For years, trying to "fix" public schools' problems has become kind of a parlor game. Nearly everyone involved in education (and a good many people not involved) have taken a shot at coming up with the "answer" for why this country's K-12 schools aren't better. We at District Administration are not exempt from this trend.
But as I was finishing an interview with Mary Cullinane of Microsoft recently, she said something that made me see the problem in a different light.
Microsoft is partnering with Philadelphia to create a "high school of the future." Those plans are detailed in-depth in the "Microsoft High" article.
When I asked her what the biggest surprise of the project was so far, she said, "Everybody keeps asking, 'What's the one thing you're going to do to make this different?' That's the wrong question. [The innovations planned for this school] are all just pieces of the pie. When you do all of these things [that we're planning], then you'll achieve success."
Asking, "How does technology make a difference in a student's education?" is the wrong question, she said. Trying to isolate one part of a school, or a student's day, in order to find out what works for education, is difficult and liable to lead to misconceptions.
Now this isn't some sort of cop out. Cullinane wasn't saying she, Microsoft or Philadelphia shouldn't be held accountable for the school they are building. Quite the opposite, the company plans to do discovery briefs every few months, letting the public know exactly what it is doing and why. The first three briefs will deal with the building and planning process, creating a wireless infrastructure and the building's design. The goal of each brief, and the project in whole, is to share the process of how to create an environment where curriculum drives the space, she said.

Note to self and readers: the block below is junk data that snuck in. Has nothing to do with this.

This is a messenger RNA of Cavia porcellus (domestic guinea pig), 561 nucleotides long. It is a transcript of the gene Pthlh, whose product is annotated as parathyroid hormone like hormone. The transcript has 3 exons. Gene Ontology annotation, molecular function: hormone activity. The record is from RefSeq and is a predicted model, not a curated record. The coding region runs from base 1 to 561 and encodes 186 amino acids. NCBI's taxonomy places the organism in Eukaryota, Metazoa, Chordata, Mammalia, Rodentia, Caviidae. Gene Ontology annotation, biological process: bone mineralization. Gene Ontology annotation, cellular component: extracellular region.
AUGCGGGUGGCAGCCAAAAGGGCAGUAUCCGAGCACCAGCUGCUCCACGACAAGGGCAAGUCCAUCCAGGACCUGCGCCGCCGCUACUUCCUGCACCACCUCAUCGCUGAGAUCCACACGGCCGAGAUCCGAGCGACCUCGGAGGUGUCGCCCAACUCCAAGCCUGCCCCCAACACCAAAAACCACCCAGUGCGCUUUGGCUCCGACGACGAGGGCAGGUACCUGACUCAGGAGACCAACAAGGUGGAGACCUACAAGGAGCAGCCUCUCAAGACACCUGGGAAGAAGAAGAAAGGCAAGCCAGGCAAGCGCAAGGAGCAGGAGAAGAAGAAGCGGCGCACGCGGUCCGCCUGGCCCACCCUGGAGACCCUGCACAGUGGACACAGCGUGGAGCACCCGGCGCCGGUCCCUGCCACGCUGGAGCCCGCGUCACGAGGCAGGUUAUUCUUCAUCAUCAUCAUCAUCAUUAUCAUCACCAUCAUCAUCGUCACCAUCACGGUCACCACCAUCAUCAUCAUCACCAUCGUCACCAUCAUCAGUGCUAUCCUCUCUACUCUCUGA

This school, which won't open until September 2006, will have numerous interesting elements to it. It will feature a one-to-one computing model, a wireless network and a broadband school-to-home connection. The building will also be eco-friendly, using natural light and having plans for water conservation and recycling. Many more decisions will be made before the doors open for the first students.
Cullinane freely admits that one of the big lures of taking on this project for Microsoft was the ability to create a model of a school that other urban districts could emulate. Still, she said, after the school opens, even if it is a success, it may be hard to pinpoint why.
Will the success be the ready access to some sort of computers? Will it be the natural design? Will it be the data-tracking system that allows an administrator to see all the elements of a student's day--such as whether he visited the nurse, ate lunch, and flunked that math test in fifth period. Or will the success depend on whether an adequately prepared teacher has made a connection with her students?
This wasn't the first time I had heard this argument, but for some reason it struck more of a chord this time. Maybe it's because the words come from a key employee of the largest software maker in the world. Maybe it's because after chasing this argument around for years, her message came at the right time. Maybe it's because after seeing so many of these innovations--from a computer for each child to distance learning to whatever big thing your district is currently trying--come in isolation and fail, it is obvious that one program or purchase isn't the magic solution.
In fact, trying to determine why her words had such an impact on me seems about as hard as it would be for an administrator to nail down the one reason students aren't learning in school.